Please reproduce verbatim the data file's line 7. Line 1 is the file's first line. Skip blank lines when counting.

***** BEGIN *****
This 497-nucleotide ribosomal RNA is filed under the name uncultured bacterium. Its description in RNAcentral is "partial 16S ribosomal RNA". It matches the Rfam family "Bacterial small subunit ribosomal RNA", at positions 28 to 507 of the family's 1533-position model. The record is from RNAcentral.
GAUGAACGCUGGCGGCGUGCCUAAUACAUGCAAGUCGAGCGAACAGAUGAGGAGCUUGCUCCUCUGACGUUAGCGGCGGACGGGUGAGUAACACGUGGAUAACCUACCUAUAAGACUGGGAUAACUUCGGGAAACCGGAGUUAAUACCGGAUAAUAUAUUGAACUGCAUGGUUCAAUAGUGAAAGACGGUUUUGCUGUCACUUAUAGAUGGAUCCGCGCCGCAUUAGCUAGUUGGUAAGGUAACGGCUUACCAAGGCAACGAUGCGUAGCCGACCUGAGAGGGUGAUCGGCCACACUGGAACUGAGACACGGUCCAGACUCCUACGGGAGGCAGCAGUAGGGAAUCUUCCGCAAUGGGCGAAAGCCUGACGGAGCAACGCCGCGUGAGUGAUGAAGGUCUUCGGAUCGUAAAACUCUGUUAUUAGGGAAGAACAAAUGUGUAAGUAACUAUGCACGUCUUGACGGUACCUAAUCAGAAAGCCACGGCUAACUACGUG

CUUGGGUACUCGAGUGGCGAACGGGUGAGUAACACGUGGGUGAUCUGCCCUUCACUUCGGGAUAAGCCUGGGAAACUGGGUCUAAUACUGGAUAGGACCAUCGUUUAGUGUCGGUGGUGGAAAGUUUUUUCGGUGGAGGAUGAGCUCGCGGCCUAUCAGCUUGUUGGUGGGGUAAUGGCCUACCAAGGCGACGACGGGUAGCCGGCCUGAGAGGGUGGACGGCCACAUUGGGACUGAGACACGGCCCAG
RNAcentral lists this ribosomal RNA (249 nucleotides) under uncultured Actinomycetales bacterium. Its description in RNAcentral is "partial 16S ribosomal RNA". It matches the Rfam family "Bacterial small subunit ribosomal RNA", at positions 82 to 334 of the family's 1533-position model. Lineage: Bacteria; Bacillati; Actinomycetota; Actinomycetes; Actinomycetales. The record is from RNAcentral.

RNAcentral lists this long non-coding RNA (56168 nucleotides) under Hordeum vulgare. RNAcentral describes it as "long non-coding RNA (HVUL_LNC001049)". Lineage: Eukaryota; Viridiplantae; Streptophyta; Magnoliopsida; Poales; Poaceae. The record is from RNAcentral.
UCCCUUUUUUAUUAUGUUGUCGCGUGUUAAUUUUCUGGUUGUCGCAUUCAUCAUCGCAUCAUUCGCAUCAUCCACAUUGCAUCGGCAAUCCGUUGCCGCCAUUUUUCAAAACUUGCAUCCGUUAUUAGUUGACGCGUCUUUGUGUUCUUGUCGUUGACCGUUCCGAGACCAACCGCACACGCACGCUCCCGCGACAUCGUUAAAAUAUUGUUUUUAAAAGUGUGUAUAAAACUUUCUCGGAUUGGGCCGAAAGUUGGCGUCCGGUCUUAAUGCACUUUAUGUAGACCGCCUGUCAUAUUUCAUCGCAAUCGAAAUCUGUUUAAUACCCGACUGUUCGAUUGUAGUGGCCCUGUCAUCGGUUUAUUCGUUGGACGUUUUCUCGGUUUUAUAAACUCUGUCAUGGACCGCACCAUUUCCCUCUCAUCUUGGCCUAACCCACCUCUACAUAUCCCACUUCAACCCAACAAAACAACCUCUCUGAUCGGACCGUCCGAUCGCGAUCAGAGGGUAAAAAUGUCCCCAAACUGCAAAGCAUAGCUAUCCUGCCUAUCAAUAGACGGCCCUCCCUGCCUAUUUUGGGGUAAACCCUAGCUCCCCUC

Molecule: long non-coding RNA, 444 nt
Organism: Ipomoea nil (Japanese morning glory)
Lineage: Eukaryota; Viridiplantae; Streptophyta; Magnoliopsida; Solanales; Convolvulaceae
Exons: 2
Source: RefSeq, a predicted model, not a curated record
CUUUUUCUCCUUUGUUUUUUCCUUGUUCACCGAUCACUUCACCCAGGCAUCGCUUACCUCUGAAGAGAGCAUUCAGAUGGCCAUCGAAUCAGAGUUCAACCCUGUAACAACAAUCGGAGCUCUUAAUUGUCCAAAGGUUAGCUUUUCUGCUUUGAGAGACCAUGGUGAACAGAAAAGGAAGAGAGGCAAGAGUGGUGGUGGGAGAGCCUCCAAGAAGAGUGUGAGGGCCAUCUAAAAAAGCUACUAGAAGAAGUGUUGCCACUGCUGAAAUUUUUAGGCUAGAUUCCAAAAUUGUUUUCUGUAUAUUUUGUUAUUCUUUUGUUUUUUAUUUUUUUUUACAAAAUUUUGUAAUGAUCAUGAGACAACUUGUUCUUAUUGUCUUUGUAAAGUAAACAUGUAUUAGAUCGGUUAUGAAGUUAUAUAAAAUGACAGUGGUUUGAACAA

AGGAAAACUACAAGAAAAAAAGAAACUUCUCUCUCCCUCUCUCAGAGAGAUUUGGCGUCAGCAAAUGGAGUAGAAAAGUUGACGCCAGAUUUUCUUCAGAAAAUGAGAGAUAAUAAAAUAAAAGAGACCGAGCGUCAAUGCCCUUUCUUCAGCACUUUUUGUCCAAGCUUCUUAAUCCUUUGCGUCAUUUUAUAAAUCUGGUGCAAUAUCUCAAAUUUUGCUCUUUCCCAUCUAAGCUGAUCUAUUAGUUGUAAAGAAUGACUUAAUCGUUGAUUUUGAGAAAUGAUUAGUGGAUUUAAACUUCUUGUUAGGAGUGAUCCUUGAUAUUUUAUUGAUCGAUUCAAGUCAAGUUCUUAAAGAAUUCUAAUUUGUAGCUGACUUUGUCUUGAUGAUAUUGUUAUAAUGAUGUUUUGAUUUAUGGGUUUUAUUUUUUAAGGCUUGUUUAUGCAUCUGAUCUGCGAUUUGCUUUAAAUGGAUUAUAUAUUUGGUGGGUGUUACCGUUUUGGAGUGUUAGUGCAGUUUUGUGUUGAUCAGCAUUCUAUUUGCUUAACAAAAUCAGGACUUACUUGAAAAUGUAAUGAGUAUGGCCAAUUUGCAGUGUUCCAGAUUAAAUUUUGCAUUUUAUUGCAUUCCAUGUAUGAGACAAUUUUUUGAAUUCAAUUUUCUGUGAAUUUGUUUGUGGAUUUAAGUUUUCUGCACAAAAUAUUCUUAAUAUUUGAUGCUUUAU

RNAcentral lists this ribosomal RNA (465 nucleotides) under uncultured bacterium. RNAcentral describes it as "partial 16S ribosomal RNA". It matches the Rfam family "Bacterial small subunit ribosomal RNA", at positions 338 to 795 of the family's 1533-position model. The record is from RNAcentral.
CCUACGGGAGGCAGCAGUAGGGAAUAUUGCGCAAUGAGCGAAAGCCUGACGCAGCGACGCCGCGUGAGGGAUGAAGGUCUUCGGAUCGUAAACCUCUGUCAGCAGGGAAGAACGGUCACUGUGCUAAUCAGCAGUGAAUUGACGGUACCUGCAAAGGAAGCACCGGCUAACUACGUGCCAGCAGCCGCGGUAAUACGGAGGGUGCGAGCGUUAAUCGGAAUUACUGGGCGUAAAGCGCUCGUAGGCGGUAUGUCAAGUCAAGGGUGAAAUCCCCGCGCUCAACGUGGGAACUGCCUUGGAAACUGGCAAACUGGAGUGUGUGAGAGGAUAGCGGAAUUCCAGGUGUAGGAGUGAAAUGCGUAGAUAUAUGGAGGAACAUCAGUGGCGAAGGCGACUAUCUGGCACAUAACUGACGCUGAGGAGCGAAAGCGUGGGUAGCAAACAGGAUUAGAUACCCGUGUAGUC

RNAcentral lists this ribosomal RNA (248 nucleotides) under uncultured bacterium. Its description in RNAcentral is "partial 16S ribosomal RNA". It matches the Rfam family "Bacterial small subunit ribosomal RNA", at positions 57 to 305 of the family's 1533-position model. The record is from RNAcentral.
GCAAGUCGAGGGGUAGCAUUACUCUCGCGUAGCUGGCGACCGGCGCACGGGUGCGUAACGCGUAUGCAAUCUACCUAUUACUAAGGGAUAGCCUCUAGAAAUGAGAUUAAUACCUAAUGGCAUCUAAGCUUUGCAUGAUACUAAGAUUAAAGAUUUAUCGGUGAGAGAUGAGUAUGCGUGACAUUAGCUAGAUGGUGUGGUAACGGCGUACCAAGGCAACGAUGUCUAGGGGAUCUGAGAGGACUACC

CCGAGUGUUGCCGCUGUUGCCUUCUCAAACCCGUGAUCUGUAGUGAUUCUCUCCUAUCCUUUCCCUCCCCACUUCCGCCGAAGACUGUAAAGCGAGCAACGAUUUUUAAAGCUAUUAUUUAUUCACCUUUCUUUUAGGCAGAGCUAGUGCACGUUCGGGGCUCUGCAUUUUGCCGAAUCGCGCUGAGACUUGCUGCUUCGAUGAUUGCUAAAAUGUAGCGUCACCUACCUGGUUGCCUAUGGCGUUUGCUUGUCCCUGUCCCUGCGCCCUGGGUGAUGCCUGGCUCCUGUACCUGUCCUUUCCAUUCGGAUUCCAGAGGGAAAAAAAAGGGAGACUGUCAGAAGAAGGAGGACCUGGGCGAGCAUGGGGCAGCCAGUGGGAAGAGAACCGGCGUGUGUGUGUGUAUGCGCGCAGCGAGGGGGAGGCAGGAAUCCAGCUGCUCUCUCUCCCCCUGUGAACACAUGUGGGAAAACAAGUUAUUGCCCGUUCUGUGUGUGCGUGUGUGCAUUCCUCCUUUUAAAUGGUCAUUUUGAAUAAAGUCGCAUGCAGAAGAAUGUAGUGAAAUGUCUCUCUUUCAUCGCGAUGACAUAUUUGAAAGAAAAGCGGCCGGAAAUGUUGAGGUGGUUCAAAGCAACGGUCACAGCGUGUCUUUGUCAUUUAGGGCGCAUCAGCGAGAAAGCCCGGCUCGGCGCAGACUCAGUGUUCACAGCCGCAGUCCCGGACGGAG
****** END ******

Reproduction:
Molecule: long non-coding RNA, 444 nt